FRANCE:  This is the month of your “Thanksgiving”, yes?

ME:  Yep, in two weeks, I’m surprised you remembered that.

FRANCE:  Yes, well it’s hard to forget about a holiday based on you massacring a people and then celebrating it year after year by overeating and giving yourselves diabetes.  Sort of sticks in the mind.

I roll my eyes.

ME:  You know it is actually a really nice holiday.  You have all your family around, maybe your friends as well and you take some time to contemplate the things you are grateful for in your life.

France puts out the cigarette and continues walking towards the cheese vendor.

FRANCE:  Why do you need a holiday for this?  Can’t you just be grateful all year long?

I sigh again.

FRANCE:  Do you have a breathing problem?  Today you sigh very much.

ME:  Maybe it’s all the cigarettes.

I smile sweetly.  France smirks and gives me a look of approval.

ME:  But yeah, of course you should be grateful all year long – Thanksgiving is just a reminder to really think about it and talk about and share it with those that you love.

FRANCE:  Sounds exhausting, you Américains always needing to talk about your feelings.

ME:  So you don’t want to tell me anything you are grateful for?

FRANCE:  Pfff…I’m grateful to be French, quoi, so I don’t have to go through this stoopeed ritual every year!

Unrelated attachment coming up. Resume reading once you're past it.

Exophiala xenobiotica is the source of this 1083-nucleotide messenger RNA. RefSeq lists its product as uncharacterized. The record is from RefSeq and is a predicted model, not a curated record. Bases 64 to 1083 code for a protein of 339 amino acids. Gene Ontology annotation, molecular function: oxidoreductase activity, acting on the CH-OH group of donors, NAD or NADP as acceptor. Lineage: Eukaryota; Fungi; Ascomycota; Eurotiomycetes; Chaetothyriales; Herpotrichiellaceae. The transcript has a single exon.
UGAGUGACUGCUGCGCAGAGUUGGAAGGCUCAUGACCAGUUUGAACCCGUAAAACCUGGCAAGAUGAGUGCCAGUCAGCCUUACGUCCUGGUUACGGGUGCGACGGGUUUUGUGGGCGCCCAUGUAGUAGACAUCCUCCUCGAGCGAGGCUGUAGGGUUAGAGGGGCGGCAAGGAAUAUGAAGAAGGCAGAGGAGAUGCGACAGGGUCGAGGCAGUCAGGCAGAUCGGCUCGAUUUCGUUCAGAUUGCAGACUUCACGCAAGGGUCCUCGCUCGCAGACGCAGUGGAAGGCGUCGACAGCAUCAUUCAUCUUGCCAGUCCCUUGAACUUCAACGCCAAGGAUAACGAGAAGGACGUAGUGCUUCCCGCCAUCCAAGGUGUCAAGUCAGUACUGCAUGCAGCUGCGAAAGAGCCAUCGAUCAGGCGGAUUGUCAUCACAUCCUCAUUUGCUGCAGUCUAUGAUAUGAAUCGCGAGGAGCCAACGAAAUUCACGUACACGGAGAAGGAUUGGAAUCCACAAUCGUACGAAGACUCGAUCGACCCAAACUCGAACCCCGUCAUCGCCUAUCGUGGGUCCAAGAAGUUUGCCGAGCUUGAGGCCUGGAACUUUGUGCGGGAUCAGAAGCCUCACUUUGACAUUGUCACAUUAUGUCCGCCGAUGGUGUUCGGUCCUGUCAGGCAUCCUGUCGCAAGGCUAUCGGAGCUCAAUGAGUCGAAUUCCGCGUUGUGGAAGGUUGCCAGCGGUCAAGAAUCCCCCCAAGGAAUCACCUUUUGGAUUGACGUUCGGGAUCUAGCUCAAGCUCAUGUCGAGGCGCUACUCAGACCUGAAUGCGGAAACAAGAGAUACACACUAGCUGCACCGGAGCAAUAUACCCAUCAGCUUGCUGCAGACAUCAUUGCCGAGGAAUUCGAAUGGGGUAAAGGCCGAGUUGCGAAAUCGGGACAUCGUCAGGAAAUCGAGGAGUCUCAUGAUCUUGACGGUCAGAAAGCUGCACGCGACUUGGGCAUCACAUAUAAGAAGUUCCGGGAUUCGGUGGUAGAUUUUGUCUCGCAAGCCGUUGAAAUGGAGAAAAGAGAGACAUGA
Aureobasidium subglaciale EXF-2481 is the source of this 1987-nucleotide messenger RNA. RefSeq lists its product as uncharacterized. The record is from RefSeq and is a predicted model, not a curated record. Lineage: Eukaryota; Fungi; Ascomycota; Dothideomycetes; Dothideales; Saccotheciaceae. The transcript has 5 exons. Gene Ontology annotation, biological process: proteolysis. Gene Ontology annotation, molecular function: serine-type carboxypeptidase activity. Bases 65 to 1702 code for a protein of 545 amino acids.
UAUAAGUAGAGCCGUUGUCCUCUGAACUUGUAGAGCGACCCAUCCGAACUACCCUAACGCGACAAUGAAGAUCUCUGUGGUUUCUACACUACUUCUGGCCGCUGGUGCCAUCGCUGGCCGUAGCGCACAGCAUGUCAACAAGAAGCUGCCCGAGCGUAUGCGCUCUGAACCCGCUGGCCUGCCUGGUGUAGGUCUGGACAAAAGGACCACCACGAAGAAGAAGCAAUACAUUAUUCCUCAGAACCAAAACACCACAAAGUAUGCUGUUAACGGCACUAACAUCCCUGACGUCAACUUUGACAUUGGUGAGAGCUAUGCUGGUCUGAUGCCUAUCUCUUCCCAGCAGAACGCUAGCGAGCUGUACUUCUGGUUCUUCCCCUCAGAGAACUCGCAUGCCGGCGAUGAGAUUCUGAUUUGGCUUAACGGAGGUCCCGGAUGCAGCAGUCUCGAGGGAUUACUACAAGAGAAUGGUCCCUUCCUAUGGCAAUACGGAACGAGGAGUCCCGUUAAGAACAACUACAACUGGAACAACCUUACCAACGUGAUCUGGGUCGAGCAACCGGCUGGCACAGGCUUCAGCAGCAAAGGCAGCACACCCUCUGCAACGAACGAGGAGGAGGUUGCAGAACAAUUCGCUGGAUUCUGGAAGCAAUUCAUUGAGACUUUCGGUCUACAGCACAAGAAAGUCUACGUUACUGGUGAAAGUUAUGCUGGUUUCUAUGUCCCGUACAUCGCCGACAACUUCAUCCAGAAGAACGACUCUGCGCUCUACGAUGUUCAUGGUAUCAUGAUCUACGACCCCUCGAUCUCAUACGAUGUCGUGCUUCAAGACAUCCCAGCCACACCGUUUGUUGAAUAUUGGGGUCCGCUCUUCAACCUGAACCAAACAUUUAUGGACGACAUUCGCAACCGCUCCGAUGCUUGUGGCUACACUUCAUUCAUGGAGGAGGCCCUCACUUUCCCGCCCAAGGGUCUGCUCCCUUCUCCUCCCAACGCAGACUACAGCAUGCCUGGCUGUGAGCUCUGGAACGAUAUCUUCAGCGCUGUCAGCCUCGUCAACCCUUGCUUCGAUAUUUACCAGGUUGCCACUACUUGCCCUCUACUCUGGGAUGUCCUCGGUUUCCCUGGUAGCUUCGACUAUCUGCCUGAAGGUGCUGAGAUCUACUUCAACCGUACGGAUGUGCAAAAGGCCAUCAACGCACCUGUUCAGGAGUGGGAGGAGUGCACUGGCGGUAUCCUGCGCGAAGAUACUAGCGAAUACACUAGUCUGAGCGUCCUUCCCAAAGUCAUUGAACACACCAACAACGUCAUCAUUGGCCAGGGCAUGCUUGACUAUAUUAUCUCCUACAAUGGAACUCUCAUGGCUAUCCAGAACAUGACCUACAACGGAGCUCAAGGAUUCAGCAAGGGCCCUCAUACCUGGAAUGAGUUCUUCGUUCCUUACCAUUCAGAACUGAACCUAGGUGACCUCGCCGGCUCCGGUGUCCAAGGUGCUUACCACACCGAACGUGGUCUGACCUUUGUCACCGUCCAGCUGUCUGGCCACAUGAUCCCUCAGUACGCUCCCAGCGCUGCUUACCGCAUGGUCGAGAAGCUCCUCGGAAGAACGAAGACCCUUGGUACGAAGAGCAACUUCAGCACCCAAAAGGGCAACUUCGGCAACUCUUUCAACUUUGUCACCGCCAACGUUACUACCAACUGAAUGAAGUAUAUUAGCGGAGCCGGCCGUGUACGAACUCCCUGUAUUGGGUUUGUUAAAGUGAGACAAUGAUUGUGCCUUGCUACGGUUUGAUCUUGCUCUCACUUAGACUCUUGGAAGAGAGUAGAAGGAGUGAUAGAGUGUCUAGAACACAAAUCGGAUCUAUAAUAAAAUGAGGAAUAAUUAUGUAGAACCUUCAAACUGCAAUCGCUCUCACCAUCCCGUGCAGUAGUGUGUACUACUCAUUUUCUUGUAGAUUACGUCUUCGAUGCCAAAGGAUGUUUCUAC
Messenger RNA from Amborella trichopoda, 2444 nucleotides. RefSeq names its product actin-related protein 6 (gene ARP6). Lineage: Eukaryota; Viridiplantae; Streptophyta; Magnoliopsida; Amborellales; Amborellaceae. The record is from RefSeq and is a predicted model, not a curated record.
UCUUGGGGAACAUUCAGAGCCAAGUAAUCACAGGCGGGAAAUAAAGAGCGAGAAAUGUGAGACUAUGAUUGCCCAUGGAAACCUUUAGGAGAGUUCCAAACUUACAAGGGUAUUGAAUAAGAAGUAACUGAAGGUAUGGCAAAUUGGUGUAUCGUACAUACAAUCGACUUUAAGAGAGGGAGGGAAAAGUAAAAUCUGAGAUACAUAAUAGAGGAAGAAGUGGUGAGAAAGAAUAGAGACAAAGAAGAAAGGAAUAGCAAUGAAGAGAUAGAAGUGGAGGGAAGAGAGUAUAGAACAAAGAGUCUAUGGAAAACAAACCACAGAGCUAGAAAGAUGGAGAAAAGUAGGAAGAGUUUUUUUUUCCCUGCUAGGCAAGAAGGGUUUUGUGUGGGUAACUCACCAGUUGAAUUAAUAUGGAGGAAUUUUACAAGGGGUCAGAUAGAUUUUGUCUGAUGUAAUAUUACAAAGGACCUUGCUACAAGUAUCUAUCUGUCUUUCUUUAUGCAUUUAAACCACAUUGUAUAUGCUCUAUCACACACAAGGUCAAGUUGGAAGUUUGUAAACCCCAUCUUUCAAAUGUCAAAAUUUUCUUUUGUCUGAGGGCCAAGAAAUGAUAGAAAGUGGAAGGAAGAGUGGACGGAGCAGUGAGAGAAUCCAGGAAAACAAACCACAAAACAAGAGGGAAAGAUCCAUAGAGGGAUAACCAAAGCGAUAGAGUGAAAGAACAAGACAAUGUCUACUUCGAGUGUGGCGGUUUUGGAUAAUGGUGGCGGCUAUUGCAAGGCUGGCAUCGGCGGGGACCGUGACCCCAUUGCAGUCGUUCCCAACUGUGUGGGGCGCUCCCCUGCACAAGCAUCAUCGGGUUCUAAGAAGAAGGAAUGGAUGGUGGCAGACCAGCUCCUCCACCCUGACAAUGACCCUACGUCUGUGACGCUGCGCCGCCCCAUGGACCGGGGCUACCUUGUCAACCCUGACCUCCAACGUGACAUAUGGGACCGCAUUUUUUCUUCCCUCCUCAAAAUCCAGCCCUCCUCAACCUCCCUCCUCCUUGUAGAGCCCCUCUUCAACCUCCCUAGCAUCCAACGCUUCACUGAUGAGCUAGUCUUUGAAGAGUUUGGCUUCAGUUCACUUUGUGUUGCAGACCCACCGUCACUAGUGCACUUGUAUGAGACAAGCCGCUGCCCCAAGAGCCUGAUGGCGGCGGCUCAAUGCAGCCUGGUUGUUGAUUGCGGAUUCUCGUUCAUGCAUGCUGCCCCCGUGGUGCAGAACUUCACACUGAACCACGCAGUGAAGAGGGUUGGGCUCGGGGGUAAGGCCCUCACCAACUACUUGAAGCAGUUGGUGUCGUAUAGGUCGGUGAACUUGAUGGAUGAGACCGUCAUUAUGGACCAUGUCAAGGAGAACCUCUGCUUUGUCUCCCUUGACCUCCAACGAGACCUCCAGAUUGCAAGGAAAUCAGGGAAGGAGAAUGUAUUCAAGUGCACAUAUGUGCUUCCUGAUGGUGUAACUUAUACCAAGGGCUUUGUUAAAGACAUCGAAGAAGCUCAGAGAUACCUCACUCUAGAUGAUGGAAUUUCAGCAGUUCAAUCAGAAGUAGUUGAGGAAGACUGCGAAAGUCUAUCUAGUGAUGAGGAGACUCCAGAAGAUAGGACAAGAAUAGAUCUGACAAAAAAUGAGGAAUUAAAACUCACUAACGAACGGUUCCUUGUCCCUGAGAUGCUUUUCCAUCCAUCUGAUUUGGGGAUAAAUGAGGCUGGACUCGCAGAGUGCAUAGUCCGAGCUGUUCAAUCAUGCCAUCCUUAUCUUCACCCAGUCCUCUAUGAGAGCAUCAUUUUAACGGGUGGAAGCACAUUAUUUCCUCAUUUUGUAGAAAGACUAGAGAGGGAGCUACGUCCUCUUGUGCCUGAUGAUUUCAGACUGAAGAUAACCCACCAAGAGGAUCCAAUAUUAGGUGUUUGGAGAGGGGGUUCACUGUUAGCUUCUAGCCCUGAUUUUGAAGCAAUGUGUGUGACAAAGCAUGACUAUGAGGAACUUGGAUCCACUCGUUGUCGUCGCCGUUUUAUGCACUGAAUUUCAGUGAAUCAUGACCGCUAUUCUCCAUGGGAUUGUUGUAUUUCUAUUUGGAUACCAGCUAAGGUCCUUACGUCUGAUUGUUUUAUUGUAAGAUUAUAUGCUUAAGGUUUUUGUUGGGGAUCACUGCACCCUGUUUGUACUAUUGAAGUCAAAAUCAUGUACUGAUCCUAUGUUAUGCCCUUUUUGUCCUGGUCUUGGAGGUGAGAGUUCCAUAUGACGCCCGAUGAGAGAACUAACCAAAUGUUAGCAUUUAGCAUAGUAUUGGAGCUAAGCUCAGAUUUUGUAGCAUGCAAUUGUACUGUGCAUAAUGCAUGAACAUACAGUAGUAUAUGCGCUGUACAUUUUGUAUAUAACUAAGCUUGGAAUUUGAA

ME:  MB is French and he is excited for Thanksgiving.

FRANCE:  Ah, you mean this man who lived in Australia for 6 years and is now married to an Américaine.  Oui, of course he is excited.

ME:  We’re going to have a big party you know…

I look at France with my eyebrows raised in a question mark.  France ignores me and looks into the cheese display.

ME:  If memory serves you had a pretty good time at the 4th of July party.

FRANCE:  WHAT?!  I did not!  It was average at best, huh!  A good time, who do you think I am?  Brazil?!

ME:  All I’m saying is that you stayed pretty late and seemed to get along well with everyone.

FRANCE: pffff…

ME:  So….?

FRANCE:  Quoi?  So?  What?  You are so tiring, why you must drag everything out?

ME:  Maybe I like to watch your squirm?

France suppresses a laugh.

FRANCE:  Sometimes you don’t make me want to gag, Américaine.

I smile and give France a pat on the back.  France quickly shrugs me off and looks at me with disdain.

FRANCE:  Everything is so difficult with this relationship.  I have no idea what cheese to bring that will go with turkey!

ME:  Oh, but won’t you be thankful to find out?!

France gives me the first real smile of the day.

 FRANCE: Peut-être, Américaine…peut-être.

 

The Romance of a Sale

Holidays in France

I love sales.  Love them.  I will buy things that I don’t really find attractive or things that I absolutely do not need based solely on the fact that they are on sale.  As a dear friend of mine puts it “really, by not buying it you are losing money because it is such a good deal!”  (RIGHT?!)   This statement pretty much sums up my feelings when I see something marked down.  “Why look!  It’s a goose leash!  We don’t have a goose, I know, but one day we might and come on, honey, it’s 70% off!”